Garavan draws on the theories of psychotherapist Carl Rogers (1967) and educator Paulo Freire (1970/2000) in developing the concepts of integral social care and compassionate activism. In the process, he also highlights direct applications of these concepts in both the professional realm and the day-to-day lives of people everywhere. According to Garavan, integral social care “is defined by its attention both to the interpersonal dynamics of authentic and liberating relationships and to the socio-political causes of social need” (p. 73). He draws on Rogers (1967) in arguing that the process of integral social care at the interpersonal level involves non-judgmental acceptance of the other and engagement in authentic dialog that assists the individual in defining and seeking his/her own development/transformation as a free subject in society. According to Garavan, compassionate activism describes “the spirit, values and praxis that should inform integral care” (p. 195). In practicing compassionate activism, Garavan insists that caregivers avoid fostering unequal, paternalistic relationships of care and instead conceptualize and practice social care as a mutualistic endeavor undertaken by equals — a relationship that deepens the humanity of both the caregiver and the recipient of care.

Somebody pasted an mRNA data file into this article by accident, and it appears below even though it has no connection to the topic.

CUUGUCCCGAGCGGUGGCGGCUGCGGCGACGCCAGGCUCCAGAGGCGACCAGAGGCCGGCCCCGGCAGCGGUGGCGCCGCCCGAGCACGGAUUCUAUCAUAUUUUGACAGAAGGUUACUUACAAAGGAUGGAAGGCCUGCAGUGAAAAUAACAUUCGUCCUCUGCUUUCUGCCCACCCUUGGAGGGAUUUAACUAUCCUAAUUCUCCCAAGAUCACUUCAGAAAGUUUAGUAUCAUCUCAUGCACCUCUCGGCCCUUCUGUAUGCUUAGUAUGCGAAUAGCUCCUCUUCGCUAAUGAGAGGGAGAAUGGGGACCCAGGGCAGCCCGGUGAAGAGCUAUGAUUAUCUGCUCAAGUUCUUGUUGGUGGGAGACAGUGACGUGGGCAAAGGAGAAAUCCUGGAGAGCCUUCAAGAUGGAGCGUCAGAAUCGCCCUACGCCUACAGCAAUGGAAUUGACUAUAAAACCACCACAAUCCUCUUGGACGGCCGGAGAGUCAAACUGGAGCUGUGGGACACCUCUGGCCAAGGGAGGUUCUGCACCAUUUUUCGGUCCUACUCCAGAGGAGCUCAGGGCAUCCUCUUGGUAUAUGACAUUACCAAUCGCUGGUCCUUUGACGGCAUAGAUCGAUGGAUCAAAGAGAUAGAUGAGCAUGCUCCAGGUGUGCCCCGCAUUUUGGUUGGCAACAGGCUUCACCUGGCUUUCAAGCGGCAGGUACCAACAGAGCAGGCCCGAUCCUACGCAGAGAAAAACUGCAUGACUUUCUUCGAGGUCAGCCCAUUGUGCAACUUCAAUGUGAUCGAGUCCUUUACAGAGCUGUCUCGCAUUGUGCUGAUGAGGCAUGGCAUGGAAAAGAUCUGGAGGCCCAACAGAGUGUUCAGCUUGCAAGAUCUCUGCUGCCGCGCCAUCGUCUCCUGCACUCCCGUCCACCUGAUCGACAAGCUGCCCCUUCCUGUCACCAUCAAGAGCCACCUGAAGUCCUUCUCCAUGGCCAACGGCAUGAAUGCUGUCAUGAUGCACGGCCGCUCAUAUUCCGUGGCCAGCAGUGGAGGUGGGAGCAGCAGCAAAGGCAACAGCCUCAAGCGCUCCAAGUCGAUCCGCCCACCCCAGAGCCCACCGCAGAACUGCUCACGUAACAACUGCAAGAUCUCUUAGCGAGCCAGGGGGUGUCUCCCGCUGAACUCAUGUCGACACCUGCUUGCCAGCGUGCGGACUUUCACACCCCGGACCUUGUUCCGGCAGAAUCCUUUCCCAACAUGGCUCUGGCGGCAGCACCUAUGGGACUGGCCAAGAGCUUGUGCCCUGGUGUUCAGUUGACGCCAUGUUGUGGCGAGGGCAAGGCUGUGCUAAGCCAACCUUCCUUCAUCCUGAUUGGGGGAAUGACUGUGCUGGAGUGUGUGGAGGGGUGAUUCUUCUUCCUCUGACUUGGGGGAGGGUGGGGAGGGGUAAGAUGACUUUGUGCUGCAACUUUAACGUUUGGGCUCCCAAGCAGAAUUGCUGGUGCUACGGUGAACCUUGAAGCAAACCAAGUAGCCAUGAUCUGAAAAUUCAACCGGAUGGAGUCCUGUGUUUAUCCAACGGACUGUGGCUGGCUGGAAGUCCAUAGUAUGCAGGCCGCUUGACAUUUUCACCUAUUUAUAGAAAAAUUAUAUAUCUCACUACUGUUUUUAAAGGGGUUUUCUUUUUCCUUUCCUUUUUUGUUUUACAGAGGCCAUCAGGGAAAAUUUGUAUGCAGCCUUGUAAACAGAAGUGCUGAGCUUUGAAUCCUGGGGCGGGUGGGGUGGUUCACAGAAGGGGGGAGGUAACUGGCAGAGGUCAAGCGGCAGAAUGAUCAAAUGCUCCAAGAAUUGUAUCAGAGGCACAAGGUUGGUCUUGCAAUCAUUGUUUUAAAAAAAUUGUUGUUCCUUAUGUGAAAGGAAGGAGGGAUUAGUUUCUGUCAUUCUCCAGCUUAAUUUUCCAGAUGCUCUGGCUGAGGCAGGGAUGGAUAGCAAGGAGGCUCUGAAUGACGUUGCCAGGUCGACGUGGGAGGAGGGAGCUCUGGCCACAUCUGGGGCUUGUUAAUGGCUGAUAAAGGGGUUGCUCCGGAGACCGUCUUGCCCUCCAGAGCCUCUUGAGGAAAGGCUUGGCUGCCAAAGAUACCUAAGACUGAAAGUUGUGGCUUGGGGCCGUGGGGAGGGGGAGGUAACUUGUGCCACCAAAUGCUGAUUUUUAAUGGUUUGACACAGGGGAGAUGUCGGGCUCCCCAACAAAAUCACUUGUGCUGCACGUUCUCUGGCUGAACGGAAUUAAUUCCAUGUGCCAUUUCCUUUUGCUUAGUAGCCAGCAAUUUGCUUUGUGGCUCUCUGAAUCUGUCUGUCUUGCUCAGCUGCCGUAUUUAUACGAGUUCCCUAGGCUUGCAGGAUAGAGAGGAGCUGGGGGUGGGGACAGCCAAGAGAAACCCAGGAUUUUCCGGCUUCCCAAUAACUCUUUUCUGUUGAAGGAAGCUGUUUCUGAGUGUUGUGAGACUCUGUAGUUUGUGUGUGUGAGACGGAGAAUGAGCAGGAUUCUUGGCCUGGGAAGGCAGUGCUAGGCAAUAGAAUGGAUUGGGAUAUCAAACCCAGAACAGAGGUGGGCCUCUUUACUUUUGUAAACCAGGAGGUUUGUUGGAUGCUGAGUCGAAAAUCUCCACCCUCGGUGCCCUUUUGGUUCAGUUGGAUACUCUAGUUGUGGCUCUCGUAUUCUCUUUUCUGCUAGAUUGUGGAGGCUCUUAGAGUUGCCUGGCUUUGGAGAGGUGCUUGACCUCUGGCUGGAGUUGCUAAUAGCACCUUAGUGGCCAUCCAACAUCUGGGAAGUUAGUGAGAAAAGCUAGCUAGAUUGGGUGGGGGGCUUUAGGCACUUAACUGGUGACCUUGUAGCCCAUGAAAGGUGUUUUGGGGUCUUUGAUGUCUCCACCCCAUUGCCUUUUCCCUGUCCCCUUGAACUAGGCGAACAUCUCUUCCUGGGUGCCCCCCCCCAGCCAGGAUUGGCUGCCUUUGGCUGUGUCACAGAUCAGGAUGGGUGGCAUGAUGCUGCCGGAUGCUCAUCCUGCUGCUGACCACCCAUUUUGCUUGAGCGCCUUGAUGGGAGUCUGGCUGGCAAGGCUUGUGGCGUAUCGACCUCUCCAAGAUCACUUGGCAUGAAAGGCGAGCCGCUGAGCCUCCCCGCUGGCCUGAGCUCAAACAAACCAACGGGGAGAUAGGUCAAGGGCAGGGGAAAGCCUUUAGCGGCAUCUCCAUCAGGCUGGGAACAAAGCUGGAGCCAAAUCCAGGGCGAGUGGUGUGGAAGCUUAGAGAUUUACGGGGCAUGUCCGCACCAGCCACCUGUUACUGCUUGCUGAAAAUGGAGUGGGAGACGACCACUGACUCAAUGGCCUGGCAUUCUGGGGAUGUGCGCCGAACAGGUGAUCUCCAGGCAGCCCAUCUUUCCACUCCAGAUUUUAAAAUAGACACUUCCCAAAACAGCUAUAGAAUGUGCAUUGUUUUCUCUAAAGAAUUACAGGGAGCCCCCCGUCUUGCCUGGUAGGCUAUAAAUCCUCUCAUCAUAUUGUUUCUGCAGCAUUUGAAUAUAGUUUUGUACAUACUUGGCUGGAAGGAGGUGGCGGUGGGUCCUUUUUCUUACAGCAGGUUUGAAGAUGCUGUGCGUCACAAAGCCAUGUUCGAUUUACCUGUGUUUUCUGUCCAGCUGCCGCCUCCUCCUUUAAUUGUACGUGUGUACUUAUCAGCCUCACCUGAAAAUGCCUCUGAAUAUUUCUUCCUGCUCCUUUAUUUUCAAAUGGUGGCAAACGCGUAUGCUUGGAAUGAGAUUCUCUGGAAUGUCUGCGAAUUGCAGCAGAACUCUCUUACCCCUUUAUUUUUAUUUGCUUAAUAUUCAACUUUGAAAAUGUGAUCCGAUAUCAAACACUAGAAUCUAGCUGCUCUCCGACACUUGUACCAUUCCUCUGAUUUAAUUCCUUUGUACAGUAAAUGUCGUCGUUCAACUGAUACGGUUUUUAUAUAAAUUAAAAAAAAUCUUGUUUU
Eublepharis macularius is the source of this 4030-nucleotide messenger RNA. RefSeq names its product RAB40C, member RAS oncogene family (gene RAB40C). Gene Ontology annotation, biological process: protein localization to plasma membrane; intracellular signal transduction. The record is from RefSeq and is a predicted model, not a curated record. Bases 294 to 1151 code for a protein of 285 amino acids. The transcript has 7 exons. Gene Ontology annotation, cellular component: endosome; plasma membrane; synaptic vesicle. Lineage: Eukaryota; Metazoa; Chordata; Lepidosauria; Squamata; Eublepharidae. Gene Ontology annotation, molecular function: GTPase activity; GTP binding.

In developing this argument, Garavan notes that the dichotomy between caregiver and care recipient is a false distinction. Within one relationship and across multiple relationships (even in professional practice), these roles are not fixed. People often inhabit the role of caregiver and recipient of care alternately or even simultaneously. Furthermore, integral social care directly benefits both the caregiver and the cared-for by deepening their humanity. This deepening entails liberating the potential for both to participate in healing themselves, others, society, and the natural world.
In developing the concepts of integral social care and compassionate activism, Garavan highlights social construction as a process that manifests in both the individual and society at large. He argues that individuals both shape society and are shaped by it and that, therefore, in order to fully care for individuals and promote their liberation and the full flowering of their humanity, we must engage authentically in liberatory social praxis at both the interpersonal and societal levels. According to Garavan, individual psychological challenges and barriers to liberated and liberating social agency typically derive from socially constructed harm visited upon the person. Therefore, the full liberation of the person entails transforming damaging, violent systems of social power that treat people and planet as objects to be exploited in service to powerful interests.